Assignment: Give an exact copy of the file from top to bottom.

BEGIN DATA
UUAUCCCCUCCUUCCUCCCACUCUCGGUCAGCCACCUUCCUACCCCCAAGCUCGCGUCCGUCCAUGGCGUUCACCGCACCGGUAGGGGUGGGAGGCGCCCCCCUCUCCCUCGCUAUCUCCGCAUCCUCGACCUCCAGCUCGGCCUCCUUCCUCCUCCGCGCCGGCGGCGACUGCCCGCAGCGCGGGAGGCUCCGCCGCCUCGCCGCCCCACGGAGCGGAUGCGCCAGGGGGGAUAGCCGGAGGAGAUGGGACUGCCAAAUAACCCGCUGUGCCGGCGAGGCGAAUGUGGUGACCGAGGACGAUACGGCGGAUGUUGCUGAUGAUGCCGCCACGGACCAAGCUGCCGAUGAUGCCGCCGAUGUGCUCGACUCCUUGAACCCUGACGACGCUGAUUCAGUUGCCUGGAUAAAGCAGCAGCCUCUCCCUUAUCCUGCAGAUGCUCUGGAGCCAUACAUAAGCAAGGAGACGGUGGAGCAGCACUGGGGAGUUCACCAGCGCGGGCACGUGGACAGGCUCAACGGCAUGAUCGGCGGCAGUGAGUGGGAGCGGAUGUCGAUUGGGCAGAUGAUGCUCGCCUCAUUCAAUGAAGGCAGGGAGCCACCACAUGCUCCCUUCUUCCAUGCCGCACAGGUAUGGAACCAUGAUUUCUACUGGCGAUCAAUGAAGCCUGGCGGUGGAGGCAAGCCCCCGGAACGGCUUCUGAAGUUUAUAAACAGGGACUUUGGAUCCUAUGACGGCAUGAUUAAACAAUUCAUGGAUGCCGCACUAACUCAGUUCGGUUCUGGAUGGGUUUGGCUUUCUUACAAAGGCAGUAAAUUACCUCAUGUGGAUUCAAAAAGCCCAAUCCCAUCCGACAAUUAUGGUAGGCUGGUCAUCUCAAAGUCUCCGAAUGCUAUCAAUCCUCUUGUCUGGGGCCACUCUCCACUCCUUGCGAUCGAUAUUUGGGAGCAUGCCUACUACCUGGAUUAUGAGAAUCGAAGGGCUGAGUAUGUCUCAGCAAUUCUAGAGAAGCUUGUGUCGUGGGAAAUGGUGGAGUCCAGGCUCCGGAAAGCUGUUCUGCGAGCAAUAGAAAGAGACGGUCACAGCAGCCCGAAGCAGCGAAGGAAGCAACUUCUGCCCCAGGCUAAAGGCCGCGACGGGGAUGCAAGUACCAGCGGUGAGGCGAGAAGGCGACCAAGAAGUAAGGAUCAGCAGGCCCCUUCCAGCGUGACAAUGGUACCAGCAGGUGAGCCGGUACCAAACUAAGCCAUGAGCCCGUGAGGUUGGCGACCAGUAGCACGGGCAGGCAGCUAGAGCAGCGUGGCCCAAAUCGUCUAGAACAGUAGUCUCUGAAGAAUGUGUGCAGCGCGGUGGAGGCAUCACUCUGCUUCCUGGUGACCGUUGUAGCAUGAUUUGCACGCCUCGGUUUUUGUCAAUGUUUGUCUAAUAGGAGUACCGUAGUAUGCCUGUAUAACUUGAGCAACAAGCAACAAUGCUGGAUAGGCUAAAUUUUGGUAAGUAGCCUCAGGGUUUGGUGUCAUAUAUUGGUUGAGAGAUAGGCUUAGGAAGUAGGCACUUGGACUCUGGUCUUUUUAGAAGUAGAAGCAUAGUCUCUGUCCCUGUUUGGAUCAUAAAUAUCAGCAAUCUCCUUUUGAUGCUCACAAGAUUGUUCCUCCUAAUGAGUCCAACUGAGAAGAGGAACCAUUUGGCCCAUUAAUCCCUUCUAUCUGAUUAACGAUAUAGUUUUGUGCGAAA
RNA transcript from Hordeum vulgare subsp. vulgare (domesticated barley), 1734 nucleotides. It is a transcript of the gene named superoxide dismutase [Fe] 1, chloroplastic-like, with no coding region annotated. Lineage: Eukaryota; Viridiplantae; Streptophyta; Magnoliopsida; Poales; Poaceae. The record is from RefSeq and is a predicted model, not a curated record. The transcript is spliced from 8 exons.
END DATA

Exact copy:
UUAUCCCCUCCUUCCUCCCACUCUCGGUCAGCCACCUUCCUACCCCCAAGCUCGCGUCCGUCCAUGGCGUUCACCGCACCGGUAGGGGUGGGAGGCGCCCCCCUCUCCCUCGCUAUCUCCGCAUCCUCGACCUCCAGCUCGGCCUCCUUCCUCCUCCGCGCCGGCGGCGACUGCCCGCAGCGCGGGAGGCUCCGCCGCCUCGCCGCCCCACGGAGCGGAUGCGCCAGGGGGGAUAGCCGGAGGAGAUGGGACUGCCAAAUAACCCGCUGUGCCGGCGAGGCGAAUGUGGUGACCGAGGACGAUACGGCGGAUGUUGCUGAUGAUGCCGCCACGGACCAAGCUGCCGAUGAUGCCGCCGAUGUGCUCGACUCCUUGAACCCUGACGACGCUGAUUCAGUUGCCUGGAUAAAGCAGCAGCCUCUCCCUUAUCCUGCAGAUGCUCUGGAGCCAUACAUAAGCAAGGAGACGGUGGAGCAGCACUGGGGAGUUCACCAGCGCGGGCACGUGGACAGGCUCAACGGCAUGAUCGGCGGCAGUGAGUGGGAGCGGAUGUCGAUUGGGCAGAUGAUGCUCGCCUCAUUCAAUGAAGGCAGGGAGCCACCACAUGCUCCCUUCUUCCAUGCCGCACAGGUAUGGAACCAUGAUUUCUACUGGCGAUCAAUGAAGCCUGGCGGUGGAGGCAAGCCCCCGGAACGGCUUCUGAAGUUUAUAAACAGGGACUUUGGAUCCUAUGACGGCAUGAUUAAACAAUUCAUGGAUGCCGCACUAACUCAGUUCGGUUCUGGAUGGGUUUGGCUUUCUUACAAAGGCAGUAAAUUACCUCAUGUGGAUUCAAAAAGCCCAAUCCCAUCCGACAAUUAUGGUAGGCUGGUCAUCUCAAAGUCUCCGAAUGCUAUCAAUCCUCUUGUCUGGGGCCACUCUCCACUCCUUGCGAUCGAUAUUUGGGAGCAUGCCUACUACCUGGAUUAUGAGAAUCGAAGGGCUGAGUAUGUCUCAGCAAUUCUAGAGAAGCUUGUGUCGUGGGAAAUGGUGGAGUCCAGGCUCCGGAAAGCUGUUCUGCGAGCAAUAGAAAGAGACGGUCACAGCAGCCCGAAGCAGCGAAGGAAGCAACUUCUGCCCCAGGCUAAAGGCCGCGACGGGGAUGCAAGUACCAGCGGUGAGGCGAGAAGGCGACCAAGAAGUAAGGAUCAGCAGGCCCCUUCCAGCGUGACAAUGGUACCAGCAGGUGAGCCGGUACCAAACUAAGCCAUGAGCCCGUGAGGUUGGCGACCAGUAGCACGGGCAGGCAGCUAGAGCAGCGUGGCCCAAAUCGUCUAGAACAGUAGUCUCUGAAGAAUGUGUGCAGCGCGGUGGAGGCAUCACUCUGCUUCCUGGUGACCGUUGUAGCAUGAUUUGCACGCCUCGGUUUUUGUCAAUGUUUGUCUAAUAGGAGUACCGUAGUAUGCCUGUAUAACUUGAGCAACAAGCAACAAUGCUGGAUAGGCUAAAUUUUGGUAAGUAGCCUCAGGGUUUGGUGUCAUAUAUUGGUUGAGAGAUAGGCUUAGGAAGUAGGCACUUGGACUCUGGUCUUUUUAGAAGUAGAAGCAUAGUCUCUGUCCCUGUUUGGAUCAUAAAUAUCAGCAAUCUCCUUUUGAUGCUCACAAGAUUGUUCCUCCUAAUGAGUCCAACUGAGAAGAGGAACCAUUUGGCCCAUUAAUCCCUUCUAUCUGAUUAACGAUAUAGUUUUGUGCGAAA
RNA transcript from Hordeum vulgare subsp. vulgare (domesticated barley), 1734 nucleotides. It is a transcript of the gene named superoxide dismutase [Fe] 1, chloroplastic-like, with no coding region annotated. Lineage: Eukaryota; Viridiplantae; Streptophyta; Magnoliopsida; Poales; Poaceae. The record is from RefSeq and is a predicted model, not a curated record. The transcript is spliced from 8 exons.